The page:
Page images

TABLE IV (b).-State taxes on selected tobacco productsContinued

[blocks in formation]

Representative CHAPMAN. The next witness is Mr. Turner Gilmer, Jr., president of the Virginia Burley Tobacco Association, Lebanon, Va.




Mr. GILMER. My organization is only a small portion of the burley tobacco producers in the country. Southwest Virginia, which joins the States of Tennessee and Kentucky, has about 14,000 growers. Small though our production may be, it is important to us mainly because it is divided among so many farmers.

The average amount of tobacco grown is about 1 acre in the State of Virginia. It is raised chiefly on the one-man farm and by the tenant farmer. I would say a larger percent of our tobacco is raised on these subsistence farms than in the general part of the tobacco-acre

So while it only represents a small part of the total tobacco production, it is important to us because it represents the difference between a low standard of living and a fairly decent standard of living for at least 75 percent of our 14,000 growers.

Now I want to say that we are completely satisfied with the program as it stands at present. It has been satisfactory to us in every way and we are in accord with the Kentucky association.

We think that any new legislation that may be enacted should embody the essential elements of the legislation under which we are now operating

Thank you.

The CHAIRMAN. Thank you, Mr. Gilmer. Representative CHAPMAN. The next witness will be Mr. L. L. Veal of Murray, Ky., manager of the Western Dark-Fired Tobacco Growers Association.


TOBACCO GROWERS ASSOCIATION, MURRAY, KY. Mr. VEAL. Mr. Chairman and gentlemen of the committee, as Representative Chapman said, I am manager of the Dark-Fired Tobacco Growers Association of Murray, Ky. We have a membership of 20,000 and we are one of the organizations spoken of by Mr. Rudolph in his statement.

I want to endorse what he said in his statement and all the other statements made by the gentlemen who have appeared before me.

That is all I say, and I thank you.
The CHAIRMAN. Thank you, Mr. Veal.

Representative CHAPMAN. The next witness will be Mr. Harry W. Love of Asheville, N. C., executive director of the tobacco division of the Farm Federation Cooperatives.


Mr. LOVE. Mr. Chairman and members of the committee, we have had the privilege of operating in the federation and a great many of the programs, for example, potatoes.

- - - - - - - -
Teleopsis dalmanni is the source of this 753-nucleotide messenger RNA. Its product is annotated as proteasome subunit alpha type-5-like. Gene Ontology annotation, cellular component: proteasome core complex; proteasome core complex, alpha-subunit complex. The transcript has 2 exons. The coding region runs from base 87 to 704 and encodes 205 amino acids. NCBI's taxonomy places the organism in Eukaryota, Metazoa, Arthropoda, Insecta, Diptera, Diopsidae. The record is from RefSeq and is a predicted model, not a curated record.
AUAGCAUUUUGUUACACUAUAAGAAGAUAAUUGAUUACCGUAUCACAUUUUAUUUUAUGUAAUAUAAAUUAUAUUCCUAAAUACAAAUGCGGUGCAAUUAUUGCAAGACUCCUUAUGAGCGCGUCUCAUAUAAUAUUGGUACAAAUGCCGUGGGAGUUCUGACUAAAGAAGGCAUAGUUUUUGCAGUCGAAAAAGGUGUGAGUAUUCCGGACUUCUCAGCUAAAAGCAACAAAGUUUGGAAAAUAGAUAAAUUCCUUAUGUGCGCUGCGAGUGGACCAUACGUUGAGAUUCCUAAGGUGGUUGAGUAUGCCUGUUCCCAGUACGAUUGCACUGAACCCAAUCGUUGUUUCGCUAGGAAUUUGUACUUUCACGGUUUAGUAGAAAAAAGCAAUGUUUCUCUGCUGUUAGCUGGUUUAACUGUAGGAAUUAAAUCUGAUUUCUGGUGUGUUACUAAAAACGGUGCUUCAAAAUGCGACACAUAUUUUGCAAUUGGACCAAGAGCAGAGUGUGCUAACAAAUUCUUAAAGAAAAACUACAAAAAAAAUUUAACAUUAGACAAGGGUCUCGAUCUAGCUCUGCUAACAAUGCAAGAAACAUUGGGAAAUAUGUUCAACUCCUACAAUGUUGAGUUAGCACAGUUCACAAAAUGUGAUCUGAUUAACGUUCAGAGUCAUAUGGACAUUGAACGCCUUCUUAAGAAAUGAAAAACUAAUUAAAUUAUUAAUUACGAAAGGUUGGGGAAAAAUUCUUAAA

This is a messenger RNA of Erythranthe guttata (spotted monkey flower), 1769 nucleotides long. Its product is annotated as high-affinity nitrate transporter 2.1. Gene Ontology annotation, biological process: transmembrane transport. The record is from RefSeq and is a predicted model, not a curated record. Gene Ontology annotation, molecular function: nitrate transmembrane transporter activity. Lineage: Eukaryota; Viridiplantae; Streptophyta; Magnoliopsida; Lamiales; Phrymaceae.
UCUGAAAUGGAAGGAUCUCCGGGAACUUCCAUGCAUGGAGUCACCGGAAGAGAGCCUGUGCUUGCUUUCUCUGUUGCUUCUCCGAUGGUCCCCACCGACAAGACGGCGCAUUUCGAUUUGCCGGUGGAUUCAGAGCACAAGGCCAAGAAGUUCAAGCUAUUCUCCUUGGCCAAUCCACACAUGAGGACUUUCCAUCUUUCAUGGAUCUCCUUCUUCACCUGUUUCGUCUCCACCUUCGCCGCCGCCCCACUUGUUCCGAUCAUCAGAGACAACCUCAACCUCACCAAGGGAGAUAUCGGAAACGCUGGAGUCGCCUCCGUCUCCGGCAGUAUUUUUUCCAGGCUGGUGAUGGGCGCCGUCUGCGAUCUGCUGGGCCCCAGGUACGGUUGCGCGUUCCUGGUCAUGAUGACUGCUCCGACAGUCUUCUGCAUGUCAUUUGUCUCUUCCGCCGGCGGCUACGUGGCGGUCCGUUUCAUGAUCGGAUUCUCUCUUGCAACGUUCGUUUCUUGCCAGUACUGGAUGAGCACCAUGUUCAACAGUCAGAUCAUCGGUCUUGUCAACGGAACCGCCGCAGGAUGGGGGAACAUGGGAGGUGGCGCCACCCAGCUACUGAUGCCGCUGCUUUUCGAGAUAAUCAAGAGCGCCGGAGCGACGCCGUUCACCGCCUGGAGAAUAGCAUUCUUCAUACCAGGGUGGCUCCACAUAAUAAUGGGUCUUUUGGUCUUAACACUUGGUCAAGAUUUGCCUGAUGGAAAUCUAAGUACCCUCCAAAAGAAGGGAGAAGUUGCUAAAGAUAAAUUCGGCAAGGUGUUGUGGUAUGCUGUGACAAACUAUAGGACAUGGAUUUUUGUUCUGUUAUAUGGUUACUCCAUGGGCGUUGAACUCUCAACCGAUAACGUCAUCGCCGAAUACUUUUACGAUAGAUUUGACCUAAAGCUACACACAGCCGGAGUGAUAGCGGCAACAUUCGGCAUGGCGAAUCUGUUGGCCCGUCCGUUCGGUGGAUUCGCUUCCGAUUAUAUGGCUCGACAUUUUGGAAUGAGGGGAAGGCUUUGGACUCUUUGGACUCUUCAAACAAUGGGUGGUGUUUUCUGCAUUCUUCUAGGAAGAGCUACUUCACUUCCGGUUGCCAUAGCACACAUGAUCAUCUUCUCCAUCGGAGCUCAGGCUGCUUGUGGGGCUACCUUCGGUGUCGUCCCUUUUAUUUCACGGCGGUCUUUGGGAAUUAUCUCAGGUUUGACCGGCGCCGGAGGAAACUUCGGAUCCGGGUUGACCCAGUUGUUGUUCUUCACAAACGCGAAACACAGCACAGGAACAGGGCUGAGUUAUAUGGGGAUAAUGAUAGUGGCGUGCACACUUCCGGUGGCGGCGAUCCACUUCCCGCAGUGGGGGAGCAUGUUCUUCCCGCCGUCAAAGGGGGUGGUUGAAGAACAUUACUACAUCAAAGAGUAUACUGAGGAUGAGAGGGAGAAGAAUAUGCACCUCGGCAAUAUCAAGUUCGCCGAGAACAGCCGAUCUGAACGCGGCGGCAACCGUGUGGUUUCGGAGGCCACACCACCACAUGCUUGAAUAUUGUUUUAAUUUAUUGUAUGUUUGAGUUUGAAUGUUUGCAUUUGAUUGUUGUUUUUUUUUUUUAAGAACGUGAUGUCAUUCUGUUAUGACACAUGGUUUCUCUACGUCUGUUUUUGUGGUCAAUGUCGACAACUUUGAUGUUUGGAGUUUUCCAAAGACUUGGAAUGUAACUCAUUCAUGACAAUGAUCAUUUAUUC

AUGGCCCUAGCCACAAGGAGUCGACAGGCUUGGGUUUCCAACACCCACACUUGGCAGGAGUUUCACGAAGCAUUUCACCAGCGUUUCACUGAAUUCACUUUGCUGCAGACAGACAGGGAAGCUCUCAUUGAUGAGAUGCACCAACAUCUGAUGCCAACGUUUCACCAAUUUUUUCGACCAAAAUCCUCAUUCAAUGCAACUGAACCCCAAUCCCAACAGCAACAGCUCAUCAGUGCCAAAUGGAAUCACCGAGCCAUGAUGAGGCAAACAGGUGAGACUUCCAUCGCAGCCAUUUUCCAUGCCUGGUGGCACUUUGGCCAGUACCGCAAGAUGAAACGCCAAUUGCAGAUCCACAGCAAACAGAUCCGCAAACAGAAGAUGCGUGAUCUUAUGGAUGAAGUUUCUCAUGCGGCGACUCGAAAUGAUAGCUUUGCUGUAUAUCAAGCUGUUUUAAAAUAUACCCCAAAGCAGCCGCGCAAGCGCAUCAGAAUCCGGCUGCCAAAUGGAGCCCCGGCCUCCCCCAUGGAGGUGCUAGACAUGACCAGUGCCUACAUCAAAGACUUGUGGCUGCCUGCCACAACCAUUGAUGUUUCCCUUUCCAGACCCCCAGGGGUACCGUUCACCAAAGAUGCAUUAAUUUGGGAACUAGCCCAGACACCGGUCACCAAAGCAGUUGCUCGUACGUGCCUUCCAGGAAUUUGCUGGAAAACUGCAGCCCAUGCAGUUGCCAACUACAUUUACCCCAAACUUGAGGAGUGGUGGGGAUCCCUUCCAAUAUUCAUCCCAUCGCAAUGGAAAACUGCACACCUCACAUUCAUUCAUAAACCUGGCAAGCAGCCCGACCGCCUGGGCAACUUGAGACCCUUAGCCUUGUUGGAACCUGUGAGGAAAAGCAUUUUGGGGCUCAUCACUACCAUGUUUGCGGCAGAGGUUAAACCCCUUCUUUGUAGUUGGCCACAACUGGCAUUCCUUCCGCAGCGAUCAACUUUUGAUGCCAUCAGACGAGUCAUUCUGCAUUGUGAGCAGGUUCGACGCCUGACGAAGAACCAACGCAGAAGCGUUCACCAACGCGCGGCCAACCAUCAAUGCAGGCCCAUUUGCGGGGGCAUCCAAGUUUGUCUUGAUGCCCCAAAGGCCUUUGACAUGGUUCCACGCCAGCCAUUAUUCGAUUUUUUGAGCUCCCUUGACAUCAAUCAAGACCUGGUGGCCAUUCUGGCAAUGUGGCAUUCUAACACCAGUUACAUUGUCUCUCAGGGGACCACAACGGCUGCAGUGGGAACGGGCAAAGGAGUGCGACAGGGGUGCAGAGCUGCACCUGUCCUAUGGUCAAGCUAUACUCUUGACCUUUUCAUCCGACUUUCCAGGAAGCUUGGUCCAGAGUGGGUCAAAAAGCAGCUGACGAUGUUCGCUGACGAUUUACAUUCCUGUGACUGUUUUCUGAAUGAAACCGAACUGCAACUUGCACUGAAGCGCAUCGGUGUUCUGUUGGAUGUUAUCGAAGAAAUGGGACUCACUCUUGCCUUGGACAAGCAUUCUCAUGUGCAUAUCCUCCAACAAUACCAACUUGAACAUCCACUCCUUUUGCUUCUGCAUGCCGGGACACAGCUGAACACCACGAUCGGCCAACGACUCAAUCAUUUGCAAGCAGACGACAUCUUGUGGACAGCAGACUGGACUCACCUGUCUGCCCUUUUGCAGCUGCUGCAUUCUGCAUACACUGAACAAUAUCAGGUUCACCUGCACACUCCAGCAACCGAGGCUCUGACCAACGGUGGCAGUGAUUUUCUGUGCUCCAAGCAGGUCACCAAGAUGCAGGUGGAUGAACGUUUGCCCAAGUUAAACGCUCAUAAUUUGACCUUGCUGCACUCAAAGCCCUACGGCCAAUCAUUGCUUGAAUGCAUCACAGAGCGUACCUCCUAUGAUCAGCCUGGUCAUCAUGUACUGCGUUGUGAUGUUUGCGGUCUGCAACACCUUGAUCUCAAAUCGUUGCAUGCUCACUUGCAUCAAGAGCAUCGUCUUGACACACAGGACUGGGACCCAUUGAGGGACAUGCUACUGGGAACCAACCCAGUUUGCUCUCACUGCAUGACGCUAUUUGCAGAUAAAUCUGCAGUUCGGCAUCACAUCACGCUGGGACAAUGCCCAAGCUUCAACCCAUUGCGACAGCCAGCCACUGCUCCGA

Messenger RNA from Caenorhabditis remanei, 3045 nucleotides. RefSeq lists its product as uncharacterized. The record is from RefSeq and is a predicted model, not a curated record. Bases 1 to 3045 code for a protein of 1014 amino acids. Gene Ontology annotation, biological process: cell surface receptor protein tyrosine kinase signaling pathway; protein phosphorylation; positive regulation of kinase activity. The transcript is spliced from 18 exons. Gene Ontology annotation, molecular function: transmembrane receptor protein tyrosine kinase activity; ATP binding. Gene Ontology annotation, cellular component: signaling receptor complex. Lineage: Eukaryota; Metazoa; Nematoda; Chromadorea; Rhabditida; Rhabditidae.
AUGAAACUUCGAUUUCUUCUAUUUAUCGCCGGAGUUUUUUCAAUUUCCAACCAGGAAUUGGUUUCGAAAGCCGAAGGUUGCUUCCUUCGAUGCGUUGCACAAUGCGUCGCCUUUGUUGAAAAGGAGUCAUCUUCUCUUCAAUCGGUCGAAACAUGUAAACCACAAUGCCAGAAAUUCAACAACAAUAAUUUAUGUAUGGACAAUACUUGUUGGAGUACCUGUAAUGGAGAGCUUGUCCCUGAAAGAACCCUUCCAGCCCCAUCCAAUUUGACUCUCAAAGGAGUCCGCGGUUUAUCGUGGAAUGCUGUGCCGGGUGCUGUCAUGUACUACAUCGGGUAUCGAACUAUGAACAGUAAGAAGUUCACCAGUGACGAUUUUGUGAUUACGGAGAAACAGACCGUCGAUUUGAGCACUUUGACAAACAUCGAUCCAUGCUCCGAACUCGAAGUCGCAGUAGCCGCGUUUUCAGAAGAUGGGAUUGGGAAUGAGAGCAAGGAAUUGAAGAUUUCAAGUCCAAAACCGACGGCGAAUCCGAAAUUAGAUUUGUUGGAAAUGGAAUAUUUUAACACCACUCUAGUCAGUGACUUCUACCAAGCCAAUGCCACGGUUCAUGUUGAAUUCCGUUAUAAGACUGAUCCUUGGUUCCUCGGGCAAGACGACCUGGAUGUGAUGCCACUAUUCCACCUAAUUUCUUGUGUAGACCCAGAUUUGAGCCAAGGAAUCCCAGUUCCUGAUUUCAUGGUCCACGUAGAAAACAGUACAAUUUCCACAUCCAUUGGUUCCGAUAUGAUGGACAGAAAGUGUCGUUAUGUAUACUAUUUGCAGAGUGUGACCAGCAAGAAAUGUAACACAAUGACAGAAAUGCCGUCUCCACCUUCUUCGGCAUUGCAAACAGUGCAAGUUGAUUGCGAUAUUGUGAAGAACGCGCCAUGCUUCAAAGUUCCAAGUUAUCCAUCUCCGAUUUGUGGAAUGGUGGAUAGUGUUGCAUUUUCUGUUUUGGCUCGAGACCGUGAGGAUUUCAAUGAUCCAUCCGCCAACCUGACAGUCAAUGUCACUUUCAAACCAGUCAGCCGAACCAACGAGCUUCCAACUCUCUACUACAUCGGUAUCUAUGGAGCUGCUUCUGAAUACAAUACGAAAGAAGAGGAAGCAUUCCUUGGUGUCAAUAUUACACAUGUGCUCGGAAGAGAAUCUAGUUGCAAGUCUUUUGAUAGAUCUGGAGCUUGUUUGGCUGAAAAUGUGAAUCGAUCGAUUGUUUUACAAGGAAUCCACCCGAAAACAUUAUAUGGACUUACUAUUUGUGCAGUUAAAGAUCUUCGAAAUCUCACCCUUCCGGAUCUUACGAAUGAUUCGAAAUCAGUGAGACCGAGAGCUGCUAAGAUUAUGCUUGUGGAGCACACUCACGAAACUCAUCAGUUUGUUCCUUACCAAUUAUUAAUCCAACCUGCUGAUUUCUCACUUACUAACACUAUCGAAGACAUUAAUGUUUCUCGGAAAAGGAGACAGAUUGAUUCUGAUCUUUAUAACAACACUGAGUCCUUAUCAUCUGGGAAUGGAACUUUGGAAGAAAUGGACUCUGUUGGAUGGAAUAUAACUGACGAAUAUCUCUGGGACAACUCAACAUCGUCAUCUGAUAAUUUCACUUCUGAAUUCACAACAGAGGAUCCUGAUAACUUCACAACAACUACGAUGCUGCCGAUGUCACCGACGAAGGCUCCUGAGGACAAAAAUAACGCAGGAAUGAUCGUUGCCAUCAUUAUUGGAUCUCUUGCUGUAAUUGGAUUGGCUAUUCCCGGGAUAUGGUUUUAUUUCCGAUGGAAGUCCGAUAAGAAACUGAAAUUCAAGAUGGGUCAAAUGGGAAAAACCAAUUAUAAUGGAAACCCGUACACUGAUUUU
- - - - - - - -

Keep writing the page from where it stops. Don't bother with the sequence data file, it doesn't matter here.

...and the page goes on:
We would like to invite you down to our barns on artificial insemination.

The CHAIRMAN. Asheville, N. C., is a health resort, is it not?

Mr. LOVE. It is a very healthful place, and again we say it has the burley that is grown.

Mr. Chairman, in order to save your time we believe that the summation which Congressman Chapman will make to you in a few moments will carry to you and your committee our wishes in the matter of this loan program and the tobacco program in full.

As I said, we have operated a number of programs, but this program, Senator Aiken, has really been a very satisfactory program. We have very small tobacco farms, perhaps an average of six-tenths of an acre, and we join up with the balance of North Carolina in that 76 percent of tobacco and our cash income on these small farms is from our tobacco.

We appreciate very much, Mr. Chairman, the labors of this committee, not only to extend the program to give us a long-range program so that we will know from year to year what to expect, because this program that we now have is working.

We wish to add our endorsement to the statements that have been made by the witnesses before you.

Thank you.

The CHAIRMAN. Thank you, Mr. Love.

Representative CHAPMAN. Mr. Chairman, the next witness is State Senator C. W. Maloney, of Madisonville, Ky., president of the Stemming District Tobacco Association.



Mr. MALONEY. Mr. Chairman and members of the committee, I endorse everything that has been said by the other gentlemen.

I want to point out to you that I represent type 36 tobacco, which is the dark air-cured type.

In 1947 dark air-cured tobacco took a 10-percent reduction under this program that we endorse. In 1948 we take a 25-percent reduction. We are asking you gentlemen to continue a program that the farm people have endorsed.